Yesterday was “Chic-fil-A Appreciation Day,” which became a day of record sales. This day was devised in support of the business after the criticism it received when Dan Cathy publicly made anti-gay comments. If your Facebook feed hasn’t exploded with people talking about Chic-fil-A, you probably live under a rock – and by that I mean you’re lucky.
I voted against NC Amendment One today and here’s the simple logic behind it:
The Rights of Religious Institutions
Religious institutions have every right to define anything they want. Few are the laws that restrict religious practices. If a religious institution desires to define marriage as between a man and a woman, that is the right of that institution and there should be no government regulation that prevents said religious institution from forcing members to wed couples that do not fit with the institution’s definition. With that said, not everyone belongs to the same religious institution. Subsets of various religious institutions cannot agree on the littlest things, including the definition of marriage.
The Rights of Citizens
The purpose of government is to protect the rights of citizens in an effort to ensure all people have a happy life with equal rights no matter the political or religious background. All citizens of the United States of America should be protected from discriminating laws founded by the belief system of one group. The government must protect the interests of all citizens without causing an interference with the beliefs of one group over another. In the case of marriage, one group believes that marriage should be defined as between a woman and man and feels entitled to ensure the government upholds that notion. On the other hand, another group believes that marriage should be defined as two consenting, of-age individuals.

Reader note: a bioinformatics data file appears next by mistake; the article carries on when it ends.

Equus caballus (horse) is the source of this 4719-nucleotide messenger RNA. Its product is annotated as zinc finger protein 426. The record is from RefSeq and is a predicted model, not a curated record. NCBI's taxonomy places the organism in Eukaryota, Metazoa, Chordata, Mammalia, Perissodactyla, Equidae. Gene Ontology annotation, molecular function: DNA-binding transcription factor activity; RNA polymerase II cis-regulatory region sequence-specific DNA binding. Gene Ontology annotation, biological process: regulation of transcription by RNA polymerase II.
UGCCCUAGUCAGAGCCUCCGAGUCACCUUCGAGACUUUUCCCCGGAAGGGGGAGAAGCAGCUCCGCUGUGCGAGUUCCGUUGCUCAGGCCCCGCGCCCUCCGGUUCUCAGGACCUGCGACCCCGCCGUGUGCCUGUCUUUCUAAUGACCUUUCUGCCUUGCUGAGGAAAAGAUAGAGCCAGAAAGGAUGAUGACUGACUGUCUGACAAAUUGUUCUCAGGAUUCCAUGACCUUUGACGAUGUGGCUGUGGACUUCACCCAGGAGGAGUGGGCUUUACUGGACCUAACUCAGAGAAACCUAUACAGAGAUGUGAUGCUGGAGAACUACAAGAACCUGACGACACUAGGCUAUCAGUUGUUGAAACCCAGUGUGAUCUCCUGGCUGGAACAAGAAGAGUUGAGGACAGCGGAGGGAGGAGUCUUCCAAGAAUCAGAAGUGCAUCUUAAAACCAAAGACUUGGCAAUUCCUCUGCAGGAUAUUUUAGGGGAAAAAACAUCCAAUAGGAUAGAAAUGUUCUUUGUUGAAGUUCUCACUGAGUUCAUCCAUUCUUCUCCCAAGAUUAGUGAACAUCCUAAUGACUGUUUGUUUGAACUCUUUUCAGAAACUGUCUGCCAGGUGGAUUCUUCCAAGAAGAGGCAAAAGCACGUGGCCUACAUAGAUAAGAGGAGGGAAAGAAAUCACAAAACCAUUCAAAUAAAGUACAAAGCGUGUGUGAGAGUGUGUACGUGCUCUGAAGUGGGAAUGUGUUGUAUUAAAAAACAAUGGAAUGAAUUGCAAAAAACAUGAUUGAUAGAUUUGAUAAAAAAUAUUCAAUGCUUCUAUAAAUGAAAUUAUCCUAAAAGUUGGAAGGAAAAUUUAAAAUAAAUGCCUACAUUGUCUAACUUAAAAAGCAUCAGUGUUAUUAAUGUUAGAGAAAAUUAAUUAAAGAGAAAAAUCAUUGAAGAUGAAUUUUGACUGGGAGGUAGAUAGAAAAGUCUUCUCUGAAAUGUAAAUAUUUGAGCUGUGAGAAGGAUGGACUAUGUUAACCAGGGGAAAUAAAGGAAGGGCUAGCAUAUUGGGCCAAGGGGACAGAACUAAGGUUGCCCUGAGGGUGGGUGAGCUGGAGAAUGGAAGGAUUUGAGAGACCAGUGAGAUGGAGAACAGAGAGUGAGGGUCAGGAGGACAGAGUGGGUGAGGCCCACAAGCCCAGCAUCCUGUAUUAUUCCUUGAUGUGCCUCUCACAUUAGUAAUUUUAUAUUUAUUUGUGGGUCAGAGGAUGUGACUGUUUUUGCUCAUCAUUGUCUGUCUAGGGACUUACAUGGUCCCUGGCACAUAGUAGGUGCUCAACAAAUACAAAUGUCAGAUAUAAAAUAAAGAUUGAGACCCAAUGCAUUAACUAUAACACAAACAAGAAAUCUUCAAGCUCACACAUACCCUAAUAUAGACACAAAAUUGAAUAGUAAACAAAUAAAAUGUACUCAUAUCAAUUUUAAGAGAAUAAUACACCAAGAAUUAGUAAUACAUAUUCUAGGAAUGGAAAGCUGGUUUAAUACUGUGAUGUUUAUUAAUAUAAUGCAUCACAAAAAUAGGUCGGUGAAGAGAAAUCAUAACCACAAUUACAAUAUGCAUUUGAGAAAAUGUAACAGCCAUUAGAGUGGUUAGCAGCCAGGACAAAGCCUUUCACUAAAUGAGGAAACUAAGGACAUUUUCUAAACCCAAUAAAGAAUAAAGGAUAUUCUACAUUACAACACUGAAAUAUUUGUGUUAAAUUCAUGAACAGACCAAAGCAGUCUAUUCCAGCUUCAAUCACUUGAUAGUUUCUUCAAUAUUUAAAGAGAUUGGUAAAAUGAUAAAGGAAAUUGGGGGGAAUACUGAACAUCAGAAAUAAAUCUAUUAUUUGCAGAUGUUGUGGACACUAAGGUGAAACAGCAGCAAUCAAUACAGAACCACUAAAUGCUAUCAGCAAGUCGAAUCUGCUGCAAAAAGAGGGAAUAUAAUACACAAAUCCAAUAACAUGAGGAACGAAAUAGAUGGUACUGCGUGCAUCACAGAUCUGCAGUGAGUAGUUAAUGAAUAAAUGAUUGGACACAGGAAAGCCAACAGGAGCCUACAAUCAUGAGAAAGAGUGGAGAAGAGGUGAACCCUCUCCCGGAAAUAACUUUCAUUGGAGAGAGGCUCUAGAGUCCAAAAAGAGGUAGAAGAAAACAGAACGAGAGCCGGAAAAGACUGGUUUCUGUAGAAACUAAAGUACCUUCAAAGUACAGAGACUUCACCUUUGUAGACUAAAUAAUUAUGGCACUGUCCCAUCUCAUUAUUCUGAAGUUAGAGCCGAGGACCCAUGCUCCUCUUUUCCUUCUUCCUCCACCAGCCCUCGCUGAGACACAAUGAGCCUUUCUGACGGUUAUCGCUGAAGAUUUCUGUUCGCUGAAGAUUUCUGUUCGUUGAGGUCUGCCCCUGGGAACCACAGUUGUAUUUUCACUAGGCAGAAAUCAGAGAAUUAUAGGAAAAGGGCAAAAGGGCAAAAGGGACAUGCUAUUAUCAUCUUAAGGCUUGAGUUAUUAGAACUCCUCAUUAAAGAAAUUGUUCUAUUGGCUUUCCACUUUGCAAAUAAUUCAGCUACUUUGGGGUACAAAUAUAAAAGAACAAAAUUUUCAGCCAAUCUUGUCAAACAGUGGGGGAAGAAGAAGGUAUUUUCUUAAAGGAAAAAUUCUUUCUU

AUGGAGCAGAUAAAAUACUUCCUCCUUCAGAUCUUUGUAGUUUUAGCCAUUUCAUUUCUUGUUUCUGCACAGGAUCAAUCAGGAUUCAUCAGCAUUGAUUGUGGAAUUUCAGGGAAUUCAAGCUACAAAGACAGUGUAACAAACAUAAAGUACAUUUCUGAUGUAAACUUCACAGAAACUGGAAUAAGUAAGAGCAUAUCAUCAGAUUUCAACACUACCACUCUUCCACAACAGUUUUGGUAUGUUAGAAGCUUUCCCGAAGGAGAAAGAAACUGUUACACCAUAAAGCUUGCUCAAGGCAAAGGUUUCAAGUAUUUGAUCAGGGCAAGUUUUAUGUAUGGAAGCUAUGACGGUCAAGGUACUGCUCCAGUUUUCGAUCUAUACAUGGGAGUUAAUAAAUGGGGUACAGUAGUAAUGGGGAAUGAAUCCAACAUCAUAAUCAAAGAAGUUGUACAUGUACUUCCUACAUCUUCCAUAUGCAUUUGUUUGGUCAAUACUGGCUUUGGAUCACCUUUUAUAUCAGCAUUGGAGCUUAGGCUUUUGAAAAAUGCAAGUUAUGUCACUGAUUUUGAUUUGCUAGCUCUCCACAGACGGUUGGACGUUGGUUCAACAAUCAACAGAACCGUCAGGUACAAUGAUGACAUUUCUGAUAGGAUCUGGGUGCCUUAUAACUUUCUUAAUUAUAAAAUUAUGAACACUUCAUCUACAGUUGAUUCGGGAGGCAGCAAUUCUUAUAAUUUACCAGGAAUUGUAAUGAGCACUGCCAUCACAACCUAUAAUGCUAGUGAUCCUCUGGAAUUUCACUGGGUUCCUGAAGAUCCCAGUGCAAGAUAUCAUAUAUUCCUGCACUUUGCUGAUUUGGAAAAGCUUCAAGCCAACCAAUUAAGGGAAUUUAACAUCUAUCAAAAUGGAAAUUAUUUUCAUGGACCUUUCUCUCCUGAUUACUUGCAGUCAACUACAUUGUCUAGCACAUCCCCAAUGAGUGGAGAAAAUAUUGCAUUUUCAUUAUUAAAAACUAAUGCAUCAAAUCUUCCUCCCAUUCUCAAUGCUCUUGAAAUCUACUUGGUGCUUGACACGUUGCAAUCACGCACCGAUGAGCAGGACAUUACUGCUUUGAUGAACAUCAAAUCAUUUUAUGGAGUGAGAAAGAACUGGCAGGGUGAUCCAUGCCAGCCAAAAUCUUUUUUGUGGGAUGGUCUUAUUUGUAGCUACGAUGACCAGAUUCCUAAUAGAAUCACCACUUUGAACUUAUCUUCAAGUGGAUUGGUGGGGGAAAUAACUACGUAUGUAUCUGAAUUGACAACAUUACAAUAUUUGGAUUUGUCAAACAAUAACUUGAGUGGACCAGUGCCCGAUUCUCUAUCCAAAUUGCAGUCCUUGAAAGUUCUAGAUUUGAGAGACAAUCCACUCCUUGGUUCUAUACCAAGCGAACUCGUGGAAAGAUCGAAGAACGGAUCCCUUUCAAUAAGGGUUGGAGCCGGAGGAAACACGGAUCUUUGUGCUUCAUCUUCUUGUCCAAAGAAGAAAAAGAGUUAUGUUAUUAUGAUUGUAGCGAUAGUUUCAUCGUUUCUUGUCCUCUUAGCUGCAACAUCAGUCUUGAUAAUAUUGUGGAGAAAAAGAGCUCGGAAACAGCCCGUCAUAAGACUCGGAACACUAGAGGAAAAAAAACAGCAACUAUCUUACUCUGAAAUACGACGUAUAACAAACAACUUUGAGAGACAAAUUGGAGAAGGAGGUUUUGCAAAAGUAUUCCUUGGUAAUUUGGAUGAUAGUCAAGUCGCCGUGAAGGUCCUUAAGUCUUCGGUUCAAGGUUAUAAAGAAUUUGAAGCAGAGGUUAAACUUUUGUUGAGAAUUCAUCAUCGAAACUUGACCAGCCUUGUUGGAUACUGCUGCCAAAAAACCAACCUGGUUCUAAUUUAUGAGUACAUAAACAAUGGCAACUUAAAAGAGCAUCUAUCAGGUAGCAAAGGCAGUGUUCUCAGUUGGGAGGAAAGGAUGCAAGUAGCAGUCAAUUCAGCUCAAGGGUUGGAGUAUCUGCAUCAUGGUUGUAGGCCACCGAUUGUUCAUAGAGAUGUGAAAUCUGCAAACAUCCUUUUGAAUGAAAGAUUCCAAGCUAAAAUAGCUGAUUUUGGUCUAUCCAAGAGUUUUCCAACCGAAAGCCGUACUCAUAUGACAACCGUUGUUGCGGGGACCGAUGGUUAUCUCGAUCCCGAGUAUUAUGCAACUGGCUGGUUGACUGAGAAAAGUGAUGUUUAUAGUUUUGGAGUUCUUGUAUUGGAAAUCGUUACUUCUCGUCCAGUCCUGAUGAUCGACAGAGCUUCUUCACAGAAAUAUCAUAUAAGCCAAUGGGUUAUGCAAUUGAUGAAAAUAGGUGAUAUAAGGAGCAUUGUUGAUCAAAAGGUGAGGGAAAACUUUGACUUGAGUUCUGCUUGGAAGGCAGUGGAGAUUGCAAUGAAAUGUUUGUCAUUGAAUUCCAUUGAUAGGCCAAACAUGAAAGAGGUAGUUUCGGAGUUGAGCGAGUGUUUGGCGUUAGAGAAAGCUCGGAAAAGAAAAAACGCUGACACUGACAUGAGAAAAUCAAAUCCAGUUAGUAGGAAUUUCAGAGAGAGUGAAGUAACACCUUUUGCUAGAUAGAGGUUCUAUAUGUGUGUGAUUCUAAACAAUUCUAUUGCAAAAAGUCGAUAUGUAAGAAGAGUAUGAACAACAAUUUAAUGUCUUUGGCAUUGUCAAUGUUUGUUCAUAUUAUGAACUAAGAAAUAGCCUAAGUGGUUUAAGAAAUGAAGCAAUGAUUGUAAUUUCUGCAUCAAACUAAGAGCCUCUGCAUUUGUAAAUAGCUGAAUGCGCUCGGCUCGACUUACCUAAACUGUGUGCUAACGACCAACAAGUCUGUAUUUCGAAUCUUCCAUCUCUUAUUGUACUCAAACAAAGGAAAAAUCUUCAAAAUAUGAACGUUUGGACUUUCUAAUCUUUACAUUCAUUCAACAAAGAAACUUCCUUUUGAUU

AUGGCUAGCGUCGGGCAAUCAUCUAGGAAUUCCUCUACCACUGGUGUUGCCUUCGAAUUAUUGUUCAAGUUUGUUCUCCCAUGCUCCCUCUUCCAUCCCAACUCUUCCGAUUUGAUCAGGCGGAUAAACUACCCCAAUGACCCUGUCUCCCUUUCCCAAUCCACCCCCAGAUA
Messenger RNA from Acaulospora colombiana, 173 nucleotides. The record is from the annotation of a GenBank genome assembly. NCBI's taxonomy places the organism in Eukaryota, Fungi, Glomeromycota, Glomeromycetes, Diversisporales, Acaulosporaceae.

Amendment One is Unconstitutional
The First Amendment clearly states that the government shall make no law opposing or favoring a religion. Hence why religious institutions can define and practice whatever they want. A law opposing religion is not the same as a law preventing religion from taking away the rights of another citizen. In the case of Amendment One, if the bill were to pass, it would interfere with the lives of citizens. Those citizens’ actions are of no consequence to those who do not support gay rights. If Amendment One were to pass, it would be supporting a belief system of a religious institution, favoring one religious ideal over other ideals. This bias interferes with the diversity that makes this country great.
In favor of Amendment One?
As a citizen of the United States you have every right to believe what you want to believe and practice whatever belief system you would like. If you do not believe marriage should be anything but between a man and a woman, join a religious institution that believes in the same thing. Your world will not come crashing down if a homosexual couple is married; leave them alone. If your religious institution does not believe in homosexual marriage, don’t allow your religious institution to wed homosexual couples; they won’t want to be a part of an intolerant community anyway and there are plenty of pro-gay individuals who are licensed to marry. You have my personal guarantee that you will not go to hell if you don’t try to take away the rights of gay people, and if it makes you sleep better at night you can tell yourself God told me directly.
What it all Comes Down to
We are on this earth for a finite time. In that lifetime there are people that we love. If I am allowed to love someone of a different sex and receive rights for doing so, what right is it of mine to say that two homosexual individuals cannot receive the same rights? Someone who is homosexual is no better than someone who is heterosexual, just as someone who is heterosexual is no better than someone who is homosexual. We are all humans; act like it. Vote “against” Amendment One so North Carolina tax dollars don’t have to go to funding the court cases that will be required to defend the legislation (which, as it is unconstitutional, will ultimately be shot down in a higher court).
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